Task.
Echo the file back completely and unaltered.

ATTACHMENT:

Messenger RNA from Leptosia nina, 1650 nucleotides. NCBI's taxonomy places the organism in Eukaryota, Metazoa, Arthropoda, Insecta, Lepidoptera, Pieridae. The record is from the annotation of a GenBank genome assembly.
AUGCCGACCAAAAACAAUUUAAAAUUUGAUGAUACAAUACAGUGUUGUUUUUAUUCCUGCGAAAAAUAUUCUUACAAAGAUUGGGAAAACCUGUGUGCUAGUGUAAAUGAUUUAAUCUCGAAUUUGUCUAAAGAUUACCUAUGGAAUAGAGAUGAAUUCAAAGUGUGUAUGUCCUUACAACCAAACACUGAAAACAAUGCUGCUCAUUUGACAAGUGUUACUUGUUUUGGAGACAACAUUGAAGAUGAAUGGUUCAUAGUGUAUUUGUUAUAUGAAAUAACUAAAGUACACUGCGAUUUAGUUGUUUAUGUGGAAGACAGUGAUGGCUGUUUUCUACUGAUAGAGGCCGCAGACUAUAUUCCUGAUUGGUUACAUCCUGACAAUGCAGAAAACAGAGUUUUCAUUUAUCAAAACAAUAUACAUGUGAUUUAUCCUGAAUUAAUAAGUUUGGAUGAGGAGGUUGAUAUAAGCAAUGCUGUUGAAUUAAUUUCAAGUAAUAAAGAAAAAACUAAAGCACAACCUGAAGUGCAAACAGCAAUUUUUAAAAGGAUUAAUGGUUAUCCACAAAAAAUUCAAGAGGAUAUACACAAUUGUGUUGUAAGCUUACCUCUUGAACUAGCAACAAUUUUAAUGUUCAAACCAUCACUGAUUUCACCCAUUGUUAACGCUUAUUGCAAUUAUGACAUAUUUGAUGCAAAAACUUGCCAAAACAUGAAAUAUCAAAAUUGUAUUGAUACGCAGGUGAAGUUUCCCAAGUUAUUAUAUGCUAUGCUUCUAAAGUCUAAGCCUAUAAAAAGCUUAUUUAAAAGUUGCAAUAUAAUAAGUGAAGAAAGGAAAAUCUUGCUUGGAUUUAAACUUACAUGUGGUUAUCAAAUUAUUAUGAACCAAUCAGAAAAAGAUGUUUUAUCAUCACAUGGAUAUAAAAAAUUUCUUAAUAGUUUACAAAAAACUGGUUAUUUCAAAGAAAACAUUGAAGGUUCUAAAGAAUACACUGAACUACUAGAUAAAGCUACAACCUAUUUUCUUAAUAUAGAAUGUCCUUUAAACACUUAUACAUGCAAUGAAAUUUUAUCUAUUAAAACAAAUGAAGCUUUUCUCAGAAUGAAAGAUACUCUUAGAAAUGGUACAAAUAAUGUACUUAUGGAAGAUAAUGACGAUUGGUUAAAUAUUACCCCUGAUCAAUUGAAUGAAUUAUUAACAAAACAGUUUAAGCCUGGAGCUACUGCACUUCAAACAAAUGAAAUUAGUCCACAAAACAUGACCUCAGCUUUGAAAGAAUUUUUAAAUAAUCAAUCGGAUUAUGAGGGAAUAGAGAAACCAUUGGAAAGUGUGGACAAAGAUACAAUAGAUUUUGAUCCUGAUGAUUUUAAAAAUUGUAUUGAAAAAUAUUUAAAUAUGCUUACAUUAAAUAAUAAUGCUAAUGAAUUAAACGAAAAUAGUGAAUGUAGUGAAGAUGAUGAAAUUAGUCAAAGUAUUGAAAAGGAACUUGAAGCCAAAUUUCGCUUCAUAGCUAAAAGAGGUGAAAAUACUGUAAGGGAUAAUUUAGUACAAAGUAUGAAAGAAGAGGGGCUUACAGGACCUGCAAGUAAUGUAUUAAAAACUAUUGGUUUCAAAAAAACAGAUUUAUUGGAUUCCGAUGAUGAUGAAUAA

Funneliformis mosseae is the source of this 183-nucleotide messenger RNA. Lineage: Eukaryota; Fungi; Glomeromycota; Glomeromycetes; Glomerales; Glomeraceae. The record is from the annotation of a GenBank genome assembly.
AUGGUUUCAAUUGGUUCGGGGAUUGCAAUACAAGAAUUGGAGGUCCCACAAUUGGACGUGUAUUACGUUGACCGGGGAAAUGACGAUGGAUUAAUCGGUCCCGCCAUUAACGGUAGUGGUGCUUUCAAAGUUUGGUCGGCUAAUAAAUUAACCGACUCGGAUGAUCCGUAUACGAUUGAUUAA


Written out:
Messenger RNA from Leptosia nina, 1650 nucleotides. NCBI's taxonomy places the organism in Eukaryota, Metazoa, Arthropoda, Insecta, Lepidoptera, Pieridae. The record is from the annotation of a GenBank genome assembly.
AUGCCGACCAAAAACAAUUUAAAAUUUGAUGAUACAAUACAGUGUUGUUUUUAUUCCUGCGAAAAAUAUUCUUACAAAGAUUGGGAAAACCUGUGUGCUAGUGUAAAUGAUUUAAUCUCGAAUUUGUCUAAAGAUUACCUAUGGAAUAGAGAUGAAUUCAAAGUGUGUAUGUCCUUACAACCAAACACUGAAAACAAUGCUGCUCAUUUGACAAGUGUUACUUGUUUUGGAGACAACAUUGAAGAUGAAUGGUUCAUAGUGUAUUUGUUAUAUGAAAUAACUAAAGUACACUGCGAUUUAGUUGUUUAUGUGGAAGACAGUGAUGGCUGUUUUCUACUGAUAGAGGCCGCAGACUAUAUUCCUGAUUGGUUACAUCCUGACAAUGCAGAAAACAGAGUUUUCAUUUAUCAAAACAAUAUACAUGUGAUUUAUCCUGAAUUAAUAAGUUUGGAUGAGGAGGUUGAUAUAAGCAAUGCUGUUGAAUUAAUUUCAAGUAAUAAAGAAAAAACUAAAGCACAACCUGAAGUGCAAACAGCAAUUUUUAAAAGGAUUAAUGGUUAUCCACAAAAAAUUCAAGAGGAUAUACACAAUUGUGUUGUAAGCUUACCUCUUGAACUAGCAACAAUUUUAAUGUUCAAACCAUCACUGAUUUCACCCAUUGUUAACGCUUAUUGCAAUUAUGACAUAUUUGAUGCAAAAACUUGCCAAAACAUGAAAUAUCAAAAUUGUAUUGAUACGCAGGUGAAGUUUCCCAAGUUAUUAUAUGCUAUGCUUCUAAAGUCUAAGCCUAUAAAAAGCUUAUUUAAAAGUUGCAAUAUAAUAAGUGAAGAAAGGAAAAUCUUGCUUGGAUUUAAACUUACAUGUGGUUAUCAAAUUAUUAUGAACCAAUCAGAAAAAGAUGUUUUAUCAUCACAUGGAUAUAAAAAAUUUCUUAAUAGUUUACAAAAAACUGGUUAUUUCAAAGAAAACAUUGAAGGUUCUAAAGAAUACACUGAACUACUAGAUAAAGCUACAACCUAUUUUCUUAAUAUAGAAUGUCCUUUAAACACUUAUACAUGCAAUGAAAUUUUAUCUAUUAAAACAAAUGAAGCUUUUCUCAGAAUGAAAGAUACUCUUAGAAAUGGUACAAAUAAUGUACUUAUGGAAGAUAAUGACGAUUGGUUAAAUAUUACCCCUGAUCAAUUGAAUGAAUUAUUAACAAAACAGUUUAAGCCUGGAGCUACUGCACUUCAAACAAAUGAAAUUAGUCCACAAAACAUGACCUCAGCUUUGAAAGAAUUUUUAAAUAAUCAAUCGGAUUAUGAGGGAAUAGAGAAACCAUUGGAAAGUGUGGACAAAGAUACAAUAGAUUUUGAUCCUGAUGAUUUUAAAAAUUGUAUUGAAAAAUAUUUAAAUAUGCUUACAUUAAAUAAUAAUGCUAAUGAAUUAAACGAAAAUAGUGAAUGUAGUGAAGAUGAUGAAAUUAGUCAAAGUAUUGAAAAGGAACUUGAAGCCAAAUUUCGCUUCAUAGCUAAAAGAGGUGAAAAUACUGUAAGGGAUAAUUUAGUACAAAGUAUGAAAGAAGAGGGGCUUACAGGACCUGCAAGUAAUGUAUUAAAAACUAUUGGUUUCAAAAAAACAGAUUUAUUGGAUUCCGAUGAUGAUGAAUAA

Funneliformis mosseae is the source of this 183-nucleotide messenger RNA. Lineage: Eukaryota; Fungi; Glomeromycota; Glomeromycetes; Glomerales; Glomeraceae. The record is from the annotation of a GenBank genome assembly.
AUGGUUUCAAUUGGUUCGGGGAUUGCAAUACAAGAAUUGGAGGUCCCACAAUUGGACGUGUAUUACGUUGACCGGGGAAAUGACGAUGGAUUAAUCGGUCCCGCCAUUAACGGUAGUGGUGCUUUCAAAGUUUGGUCGGCUAAUAAAUUAACCGACUCGGAUGAUCCGUAUACGAUUGAUUAA